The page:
Driven by his own frustrating experiences with the college recruiting process, Garrett Lord and his friends built a company to transform the recruiting process. Now, it’s providing unprecedented access to opportunity for college students across the US and is beginning to expand worldwide.
Garrett Lord is an unlikely tech entrepreneur. He grew up far from Silicon Valley outside Detroit and attended a local community college before transferring to Michigan Tech–a small school located in Michigan’s Upper Peninsula. Michigan Tech is a seven-plus hour drive from big city metros like Detroit and Chicago. The school struggled to bring recruiters from top companies to their on-campus career events, which meant it was incredibly challenging for students to find great opportunities.
Garrett didn’t have the family connections or the benefit of an Ivy League education on his resume, but he was hungry. With the help of a professor and mentor, he secured a great internship at Los Alamos National Laboratory where he met students from schools like Stanford, Harvard and MIT. “They talked about the incredible range of companies that recruited on their campus, and how everyone was employed by Google,” Garrett says. “I was like, ‘Oh my gosh, you have Google showing up on your campus. This is ridiculous. Nobody shows up on my campus.’”
The following summer, Garrett made scores of cold calls and sent countless emails before landing an internship at Palantir. “I was one of the only kids not from Stanford, MIT or an Ivy League institution,” he explains. Once inside the company, Garrett began referring his friends, diversifying the company’s recruitment. Yet he thought that wasn’t a sustainable way of doing things. “I thought it was unfair. With the same intelligence and skills, why are opportunities accessible only as a function of what school you go to, or your socioeconomic background?’ There are so many talented students out there who can’t even get their foot in the door,” he says.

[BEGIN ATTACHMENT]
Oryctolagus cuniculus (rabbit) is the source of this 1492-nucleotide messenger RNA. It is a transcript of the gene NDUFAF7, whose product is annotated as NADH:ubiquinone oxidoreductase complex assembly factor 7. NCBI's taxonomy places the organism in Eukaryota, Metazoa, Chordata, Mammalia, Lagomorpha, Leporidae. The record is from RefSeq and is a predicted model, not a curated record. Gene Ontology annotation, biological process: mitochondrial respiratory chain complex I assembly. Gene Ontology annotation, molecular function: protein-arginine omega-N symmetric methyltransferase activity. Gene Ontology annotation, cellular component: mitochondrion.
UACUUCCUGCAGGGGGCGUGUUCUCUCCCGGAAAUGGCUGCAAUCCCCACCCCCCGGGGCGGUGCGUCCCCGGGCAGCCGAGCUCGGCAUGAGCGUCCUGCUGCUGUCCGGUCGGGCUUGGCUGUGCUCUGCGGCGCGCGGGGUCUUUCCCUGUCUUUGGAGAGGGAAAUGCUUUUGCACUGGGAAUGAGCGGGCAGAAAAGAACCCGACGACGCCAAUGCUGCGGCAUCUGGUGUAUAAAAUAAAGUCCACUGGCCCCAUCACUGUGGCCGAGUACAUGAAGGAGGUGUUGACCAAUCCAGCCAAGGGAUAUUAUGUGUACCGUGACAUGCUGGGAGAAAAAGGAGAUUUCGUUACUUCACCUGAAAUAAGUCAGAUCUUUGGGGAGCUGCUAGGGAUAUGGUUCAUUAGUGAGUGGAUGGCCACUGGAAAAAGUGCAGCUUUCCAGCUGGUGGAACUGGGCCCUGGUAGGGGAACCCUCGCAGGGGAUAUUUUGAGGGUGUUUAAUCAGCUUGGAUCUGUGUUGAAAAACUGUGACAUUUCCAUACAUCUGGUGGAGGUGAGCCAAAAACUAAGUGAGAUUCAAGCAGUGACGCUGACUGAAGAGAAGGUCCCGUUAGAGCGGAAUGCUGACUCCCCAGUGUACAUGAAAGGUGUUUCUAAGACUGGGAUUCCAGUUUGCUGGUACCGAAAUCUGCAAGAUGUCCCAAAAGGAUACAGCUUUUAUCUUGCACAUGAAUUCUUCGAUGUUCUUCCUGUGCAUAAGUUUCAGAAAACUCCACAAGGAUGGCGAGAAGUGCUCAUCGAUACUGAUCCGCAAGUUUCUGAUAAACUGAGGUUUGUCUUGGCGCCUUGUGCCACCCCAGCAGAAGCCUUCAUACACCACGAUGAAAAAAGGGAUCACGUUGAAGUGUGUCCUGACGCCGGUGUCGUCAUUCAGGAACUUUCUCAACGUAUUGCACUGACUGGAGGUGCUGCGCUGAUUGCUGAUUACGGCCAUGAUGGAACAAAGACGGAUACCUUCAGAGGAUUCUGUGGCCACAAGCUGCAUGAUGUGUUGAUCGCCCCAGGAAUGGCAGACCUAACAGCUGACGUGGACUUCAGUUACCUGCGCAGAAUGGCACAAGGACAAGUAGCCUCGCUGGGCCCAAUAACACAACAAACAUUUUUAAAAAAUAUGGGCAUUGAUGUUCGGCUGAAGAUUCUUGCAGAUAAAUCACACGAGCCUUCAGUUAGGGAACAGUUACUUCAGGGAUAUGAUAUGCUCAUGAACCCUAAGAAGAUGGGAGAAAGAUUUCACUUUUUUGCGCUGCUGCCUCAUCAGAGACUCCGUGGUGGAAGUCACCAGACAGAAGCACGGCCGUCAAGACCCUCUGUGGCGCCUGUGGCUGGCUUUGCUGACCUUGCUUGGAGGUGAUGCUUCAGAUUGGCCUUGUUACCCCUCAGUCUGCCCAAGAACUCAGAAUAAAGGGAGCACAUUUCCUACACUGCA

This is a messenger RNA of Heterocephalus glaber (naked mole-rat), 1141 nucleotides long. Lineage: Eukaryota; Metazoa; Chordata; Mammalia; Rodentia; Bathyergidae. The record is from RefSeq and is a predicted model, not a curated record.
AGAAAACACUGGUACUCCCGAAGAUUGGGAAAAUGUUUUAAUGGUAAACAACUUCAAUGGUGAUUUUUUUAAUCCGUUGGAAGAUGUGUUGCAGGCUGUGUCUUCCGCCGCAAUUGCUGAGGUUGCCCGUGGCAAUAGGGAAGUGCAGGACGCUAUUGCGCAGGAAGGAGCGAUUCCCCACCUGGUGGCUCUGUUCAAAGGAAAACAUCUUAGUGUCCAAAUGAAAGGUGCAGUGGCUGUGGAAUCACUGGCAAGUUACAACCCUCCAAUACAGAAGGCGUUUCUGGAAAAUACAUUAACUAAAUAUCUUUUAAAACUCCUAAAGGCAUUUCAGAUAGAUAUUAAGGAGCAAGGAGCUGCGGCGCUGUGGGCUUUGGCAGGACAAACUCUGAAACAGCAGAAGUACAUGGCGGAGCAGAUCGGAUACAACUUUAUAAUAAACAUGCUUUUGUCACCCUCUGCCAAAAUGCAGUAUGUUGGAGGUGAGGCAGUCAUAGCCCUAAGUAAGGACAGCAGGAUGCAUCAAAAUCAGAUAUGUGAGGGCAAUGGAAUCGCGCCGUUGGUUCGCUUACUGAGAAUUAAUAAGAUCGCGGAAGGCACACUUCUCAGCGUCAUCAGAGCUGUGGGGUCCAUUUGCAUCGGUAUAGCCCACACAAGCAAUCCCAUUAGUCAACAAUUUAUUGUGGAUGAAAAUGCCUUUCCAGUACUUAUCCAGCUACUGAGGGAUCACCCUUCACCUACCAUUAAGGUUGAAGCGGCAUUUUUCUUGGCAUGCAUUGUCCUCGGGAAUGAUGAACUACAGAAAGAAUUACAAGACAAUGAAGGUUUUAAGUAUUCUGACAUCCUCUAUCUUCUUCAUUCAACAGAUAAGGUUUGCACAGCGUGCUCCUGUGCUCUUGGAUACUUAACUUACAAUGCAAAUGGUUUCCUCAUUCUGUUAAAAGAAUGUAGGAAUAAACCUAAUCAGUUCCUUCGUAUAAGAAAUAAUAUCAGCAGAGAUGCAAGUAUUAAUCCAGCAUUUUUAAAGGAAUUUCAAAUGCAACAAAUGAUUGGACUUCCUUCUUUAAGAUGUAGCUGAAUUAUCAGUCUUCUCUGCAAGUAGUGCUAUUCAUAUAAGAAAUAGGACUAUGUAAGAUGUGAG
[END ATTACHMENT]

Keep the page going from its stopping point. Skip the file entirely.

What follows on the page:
The experience inspired Garrett to find an innovative solution to help bridge this gap and even the playing field. He decided to start Handshake with the mission of helping every student find a great job and build a meaningful career, no network, experience or luck necessary. Recruitment was time-consuming, messy, and relied on a patchwork of systems. Employers were loath to invest resources into recruiting at schools that weren’t surefire sources of well-credentialed student candidates. Handshake would change that.
Early on, Garrett and his co-founders believed that an easy-to-use software solution would serve students, employers, and schools. “We started at the very beginning thinking about how we could bring all three of these groups together in a platform to add unique value to students,” Garrett says, “But we were always students first.”
The company launched in 2013. The first headquarters was near campus in Houghton, Michigan–a rented house that cost $700 a month. Garrett’s father drove supplies and equipment up to Handshake’s first office in his Ford Focus. “We filled the fridge with caffeine and just got to work.”
Before long, Handshake had great software, but no customers. So Garrett and co-founder Ben Christensen got into Lord’s father’s Ford Focus and started driving. They put 36,000 miles on the car driving from university to university. They slept in the back of McDonald’s parking lots and showered in college gyms. They walked into many college career centers and heard plenty of polite “No’s” in response.